Unfortunately I have not been taking full advantage of my Fidelity account. Although I’ve repeatedly combed through all the varying types of mutual funds in my attempt to find the best performing, lowest cost funds for my 401k, IRA and non-retirement accounts I overlooked one very important investment option. I excluded looking at Fidelity’s ETF’s options due to the trading costs and assumed higher expenses. This has turned out to be a highly regrettable oversight.
Fidelity offers over 90 ETFs….wait for it…commission free! As long as you hold the ETF for a minimum of 30 days you pay no transaction costs (otherwise you pay the $4.95 buy/sell costs). Not that I want to be an active trader, especially when it comes to my 401K, but ETFs offer flexibility far more flexibility than mutual funds.
Since ETFs trade like stocks, they offer open, close, high and low price quotes, a structure I can build candle stick charts from for a clearer picture of the ETF’s performance and trend. I can also buy and sell an ETF during the trading day at an exact price as opposed to a mutual fund which can only be bought and sold an at unknown closing price. Now the question of the day is if any of the Fidelity commission-free ETF’s can replace my current mutual funds? Do the ETFs have equivalent performance and expenses?
Large Caps: FUSVX vs IVV
My 401k has a significant position in FUSVX (large cap stock index fund), iShares has an equivalent in IVV. The expense ratio for FUSVX is 0.045% and for IVV it’s actually lower at 0.040% – a pleasant surprise. Next is a test of the performance, you can see below via a 5 year chart the performance is nearly identical (with a slight edge to IVV):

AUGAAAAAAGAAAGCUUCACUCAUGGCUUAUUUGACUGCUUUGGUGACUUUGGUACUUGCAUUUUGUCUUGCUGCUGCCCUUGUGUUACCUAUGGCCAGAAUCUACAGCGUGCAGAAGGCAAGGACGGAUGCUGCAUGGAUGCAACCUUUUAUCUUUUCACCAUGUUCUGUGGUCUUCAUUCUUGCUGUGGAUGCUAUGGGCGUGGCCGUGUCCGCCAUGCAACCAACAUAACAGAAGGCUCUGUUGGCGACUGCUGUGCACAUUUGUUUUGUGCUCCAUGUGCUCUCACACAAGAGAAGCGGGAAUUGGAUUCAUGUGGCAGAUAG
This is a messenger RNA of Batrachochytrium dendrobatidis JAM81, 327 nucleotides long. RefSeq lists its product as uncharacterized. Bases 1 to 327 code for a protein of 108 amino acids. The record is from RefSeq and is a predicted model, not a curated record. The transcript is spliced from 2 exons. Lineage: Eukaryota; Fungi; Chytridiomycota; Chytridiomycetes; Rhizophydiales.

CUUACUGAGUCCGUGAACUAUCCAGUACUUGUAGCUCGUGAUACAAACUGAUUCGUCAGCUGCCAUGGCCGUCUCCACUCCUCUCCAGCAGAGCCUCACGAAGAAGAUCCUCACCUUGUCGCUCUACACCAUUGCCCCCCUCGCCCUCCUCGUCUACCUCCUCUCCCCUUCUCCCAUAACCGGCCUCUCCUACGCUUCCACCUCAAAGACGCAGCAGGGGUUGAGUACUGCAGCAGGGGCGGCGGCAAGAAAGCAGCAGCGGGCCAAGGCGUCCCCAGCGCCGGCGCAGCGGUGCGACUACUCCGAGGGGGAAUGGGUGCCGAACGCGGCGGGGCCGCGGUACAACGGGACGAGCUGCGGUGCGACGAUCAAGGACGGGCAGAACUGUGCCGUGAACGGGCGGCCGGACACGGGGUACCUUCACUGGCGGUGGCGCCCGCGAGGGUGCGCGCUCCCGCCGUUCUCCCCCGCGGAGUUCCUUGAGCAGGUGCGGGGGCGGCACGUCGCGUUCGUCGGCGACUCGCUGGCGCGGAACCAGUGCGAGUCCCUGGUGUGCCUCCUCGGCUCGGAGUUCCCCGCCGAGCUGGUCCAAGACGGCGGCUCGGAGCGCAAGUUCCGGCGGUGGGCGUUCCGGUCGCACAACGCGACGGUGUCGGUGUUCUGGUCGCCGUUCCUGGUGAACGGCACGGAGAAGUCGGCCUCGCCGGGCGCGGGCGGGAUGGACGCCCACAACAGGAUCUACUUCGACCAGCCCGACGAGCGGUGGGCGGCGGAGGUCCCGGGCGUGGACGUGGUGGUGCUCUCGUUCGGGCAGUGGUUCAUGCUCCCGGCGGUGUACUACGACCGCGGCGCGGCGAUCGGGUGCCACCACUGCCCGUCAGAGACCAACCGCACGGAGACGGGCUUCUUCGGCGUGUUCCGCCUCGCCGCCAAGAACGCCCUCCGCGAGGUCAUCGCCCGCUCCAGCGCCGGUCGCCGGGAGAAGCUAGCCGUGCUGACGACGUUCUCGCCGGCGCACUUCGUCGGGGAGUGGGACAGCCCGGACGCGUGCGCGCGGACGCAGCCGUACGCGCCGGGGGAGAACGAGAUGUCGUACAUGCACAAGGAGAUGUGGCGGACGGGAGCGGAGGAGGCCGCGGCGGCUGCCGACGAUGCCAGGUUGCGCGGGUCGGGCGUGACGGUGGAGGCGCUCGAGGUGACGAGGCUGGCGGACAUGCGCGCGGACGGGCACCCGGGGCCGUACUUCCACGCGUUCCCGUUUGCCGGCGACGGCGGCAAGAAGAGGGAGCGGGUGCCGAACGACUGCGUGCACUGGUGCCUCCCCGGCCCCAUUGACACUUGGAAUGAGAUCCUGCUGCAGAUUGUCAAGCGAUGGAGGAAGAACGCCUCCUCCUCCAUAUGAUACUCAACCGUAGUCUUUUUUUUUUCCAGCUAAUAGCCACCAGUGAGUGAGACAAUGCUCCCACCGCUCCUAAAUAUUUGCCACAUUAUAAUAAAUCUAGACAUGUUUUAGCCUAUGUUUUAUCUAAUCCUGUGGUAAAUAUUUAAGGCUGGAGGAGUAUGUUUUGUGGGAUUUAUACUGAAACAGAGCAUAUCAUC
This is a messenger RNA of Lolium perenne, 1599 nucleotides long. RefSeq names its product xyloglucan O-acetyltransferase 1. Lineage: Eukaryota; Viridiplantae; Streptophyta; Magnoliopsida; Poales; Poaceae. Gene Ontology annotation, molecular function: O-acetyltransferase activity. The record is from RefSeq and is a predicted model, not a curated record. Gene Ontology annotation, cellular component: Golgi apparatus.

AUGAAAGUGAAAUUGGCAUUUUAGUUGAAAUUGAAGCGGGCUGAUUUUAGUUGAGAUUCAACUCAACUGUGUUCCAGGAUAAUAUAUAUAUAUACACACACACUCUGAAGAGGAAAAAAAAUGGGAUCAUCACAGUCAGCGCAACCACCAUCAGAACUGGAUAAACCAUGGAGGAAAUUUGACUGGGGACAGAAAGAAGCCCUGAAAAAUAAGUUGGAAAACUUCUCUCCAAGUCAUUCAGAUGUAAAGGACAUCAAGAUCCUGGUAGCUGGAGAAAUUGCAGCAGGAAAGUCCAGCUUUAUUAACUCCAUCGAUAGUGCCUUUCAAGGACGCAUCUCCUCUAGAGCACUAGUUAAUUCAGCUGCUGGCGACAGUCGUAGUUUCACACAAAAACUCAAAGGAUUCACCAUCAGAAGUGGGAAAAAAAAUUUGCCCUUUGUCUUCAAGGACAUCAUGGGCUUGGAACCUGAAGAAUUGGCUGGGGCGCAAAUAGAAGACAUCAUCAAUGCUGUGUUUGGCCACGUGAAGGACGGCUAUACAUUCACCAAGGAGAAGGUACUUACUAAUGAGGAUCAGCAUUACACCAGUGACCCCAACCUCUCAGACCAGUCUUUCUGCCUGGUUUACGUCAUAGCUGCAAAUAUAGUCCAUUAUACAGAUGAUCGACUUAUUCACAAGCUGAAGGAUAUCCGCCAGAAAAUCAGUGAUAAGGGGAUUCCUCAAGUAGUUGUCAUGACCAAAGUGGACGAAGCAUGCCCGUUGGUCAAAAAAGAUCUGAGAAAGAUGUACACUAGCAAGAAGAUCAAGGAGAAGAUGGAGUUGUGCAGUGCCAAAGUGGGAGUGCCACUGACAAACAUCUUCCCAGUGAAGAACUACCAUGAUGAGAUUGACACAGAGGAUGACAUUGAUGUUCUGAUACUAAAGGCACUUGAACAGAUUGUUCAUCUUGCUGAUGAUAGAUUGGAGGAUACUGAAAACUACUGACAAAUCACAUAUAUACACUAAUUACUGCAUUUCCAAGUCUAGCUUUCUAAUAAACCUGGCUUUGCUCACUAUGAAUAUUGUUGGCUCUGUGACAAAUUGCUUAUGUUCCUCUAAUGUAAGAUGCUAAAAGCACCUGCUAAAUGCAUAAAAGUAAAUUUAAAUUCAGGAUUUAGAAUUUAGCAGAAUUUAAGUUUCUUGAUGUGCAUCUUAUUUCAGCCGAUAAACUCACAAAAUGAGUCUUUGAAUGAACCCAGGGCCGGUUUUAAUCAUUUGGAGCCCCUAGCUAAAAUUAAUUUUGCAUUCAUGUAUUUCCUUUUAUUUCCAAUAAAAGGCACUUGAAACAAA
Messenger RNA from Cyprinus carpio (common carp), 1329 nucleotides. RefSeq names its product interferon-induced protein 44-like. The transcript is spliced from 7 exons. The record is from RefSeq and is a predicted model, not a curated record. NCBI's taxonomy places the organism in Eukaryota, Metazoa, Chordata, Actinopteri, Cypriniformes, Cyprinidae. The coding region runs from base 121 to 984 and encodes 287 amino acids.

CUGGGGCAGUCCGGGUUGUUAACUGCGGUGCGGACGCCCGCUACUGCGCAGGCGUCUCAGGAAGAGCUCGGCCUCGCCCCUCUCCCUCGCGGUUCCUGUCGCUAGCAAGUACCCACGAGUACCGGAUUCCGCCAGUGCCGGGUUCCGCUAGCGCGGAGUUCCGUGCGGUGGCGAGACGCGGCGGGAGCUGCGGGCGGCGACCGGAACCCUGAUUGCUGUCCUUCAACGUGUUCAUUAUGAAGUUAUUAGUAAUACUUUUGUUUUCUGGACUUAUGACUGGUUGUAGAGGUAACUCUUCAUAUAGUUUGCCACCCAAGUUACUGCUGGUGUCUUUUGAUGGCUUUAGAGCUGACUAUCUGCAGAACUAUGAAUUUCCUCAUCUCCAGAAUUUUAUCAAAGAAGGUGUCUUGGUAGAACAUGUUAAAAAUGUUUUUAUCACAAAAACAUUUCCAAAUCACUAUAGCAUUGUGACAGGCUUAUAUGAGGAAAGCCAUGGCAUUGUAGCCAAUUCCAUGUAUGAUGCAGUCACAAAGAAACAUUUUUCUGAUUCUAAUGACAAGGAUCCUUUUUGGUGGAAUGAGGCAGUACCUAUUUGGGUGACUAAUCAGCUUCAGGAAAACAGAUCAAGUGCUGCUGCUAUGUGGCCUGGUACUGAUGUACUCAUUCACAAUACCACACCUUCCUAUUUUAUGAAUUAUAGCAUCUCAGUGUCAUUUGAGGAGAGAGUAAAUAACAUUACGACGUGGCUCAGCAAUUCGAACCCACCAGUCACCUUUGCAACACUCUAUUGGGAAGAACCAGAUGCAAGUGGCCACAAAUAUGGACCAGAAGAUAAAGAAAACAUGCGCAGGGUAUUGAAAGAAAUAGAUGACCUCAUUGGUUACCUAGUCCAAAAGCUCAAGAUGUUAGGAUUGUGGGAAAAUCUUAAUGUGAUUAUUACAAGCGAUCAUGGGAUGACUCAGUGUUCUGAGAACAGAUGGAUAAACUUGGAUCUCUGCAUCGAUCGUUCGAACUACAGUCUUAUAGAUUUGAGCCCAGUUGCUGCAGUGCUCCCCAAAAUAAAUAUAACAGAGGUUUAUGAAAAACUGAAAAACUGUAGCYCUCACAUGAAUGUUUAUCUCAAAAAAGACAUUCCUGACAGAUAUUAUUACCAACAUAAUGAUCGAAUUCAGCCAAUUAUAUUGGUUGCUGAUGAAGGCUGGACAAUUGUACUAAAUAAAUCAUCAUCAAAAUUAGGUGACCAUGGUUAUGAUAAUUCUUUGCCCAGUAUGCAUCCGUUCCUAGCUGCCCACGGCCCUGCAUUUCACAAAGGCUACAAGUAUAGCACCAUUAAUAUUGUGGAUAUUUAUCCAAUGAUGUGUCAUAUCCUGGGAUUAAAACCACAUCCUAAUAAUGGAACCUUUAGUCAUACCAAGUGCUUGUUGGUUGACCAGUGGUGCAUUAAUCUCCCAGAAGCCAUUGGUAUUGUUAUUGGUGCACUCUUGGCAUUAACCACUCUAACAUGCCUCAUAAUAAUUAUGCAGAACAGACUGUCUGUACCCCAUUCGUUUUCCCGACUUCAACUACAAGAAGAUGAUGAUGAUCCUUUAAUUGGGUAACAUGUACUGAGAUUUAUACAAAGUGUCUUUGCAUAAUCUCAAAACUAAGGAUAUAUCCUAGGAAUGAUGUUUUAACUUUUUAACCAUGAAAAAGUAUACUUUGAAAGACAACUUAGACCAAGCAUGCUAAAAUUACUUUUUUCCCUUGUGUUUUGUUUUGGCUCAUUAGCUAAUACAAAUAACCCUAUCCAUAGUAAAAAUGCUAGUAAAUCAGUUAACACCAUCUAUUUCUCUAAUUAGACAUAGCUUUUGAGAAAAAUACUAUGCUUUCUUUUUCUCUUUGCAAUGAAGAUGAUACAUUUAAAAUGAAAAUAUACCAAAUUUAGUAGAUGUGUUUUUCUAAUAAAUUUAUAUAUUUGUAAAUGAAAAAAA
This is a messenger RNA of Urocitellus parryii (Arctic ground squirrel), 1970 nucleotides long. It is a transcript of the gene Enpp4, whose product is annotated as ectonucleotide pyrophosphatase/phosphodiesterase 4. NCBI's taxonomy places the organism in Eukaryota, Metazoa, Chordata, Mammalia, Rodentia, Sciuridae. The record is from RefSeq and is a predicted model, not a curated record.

Mid Caps: FSCKX vs. IJH
Both Fidelity’s Mid Cap Index Fund FSCKX and iShares IJH have the same expense ratio: 0.07%. Below is the 5 year chart:
These two do track each other, but at least when comparing the 5 year performance IJH has excelled far more over the past year or so.
Small Caps: FSSVX vx IJR
Fidelity’s FSSVX has a lower expense ratio (0.07%) than iShares IJR (0.09%). Below is the 5 year performance:
Again, you can see that the two track one another, but over the 5 year period the ETF has dramatically superior returns.
I only went back 5 years in the above analysis because some of the investment options have a limited history. However a pattern has emerged in that the ETF returns have been beating out the mutual fund’s. One needs to be extremely careful in drawing conclusions just from the above comparisons. A good month, quarter or year could skew the ETF and make it appear it has a better overall performance than it really does relative to the comparable mutual funds. It would be best to also compare the annual returns between each option for each category:
In table you can see that IVV has beat FUSVX six out of the seven periods examined making the iShares ETF the clear winner. IVV has a lower expense ratio and a better returns, what more can be said? The small caps comparison yields similar results, iShares again beats Fidelity five out of six periods – and the beats are pretty significant. The only off year for IJR is 2017 YTD, where it is currently losing out to FSSVX by two points. For mid caps it is even, Fidelity’s FSCKX and IJH each split three periods. Except for 2015, neither of the mid cap options greatly outperform the other.
I’m replacing the large cap, mid cap and small cap Fidelity Mutual Funds in favor of these iShares ETFs. The expense ratios are about the same and the returns favor the iShares ETFs. With the additional trading flexibility and charting options this choice is an easy one to make.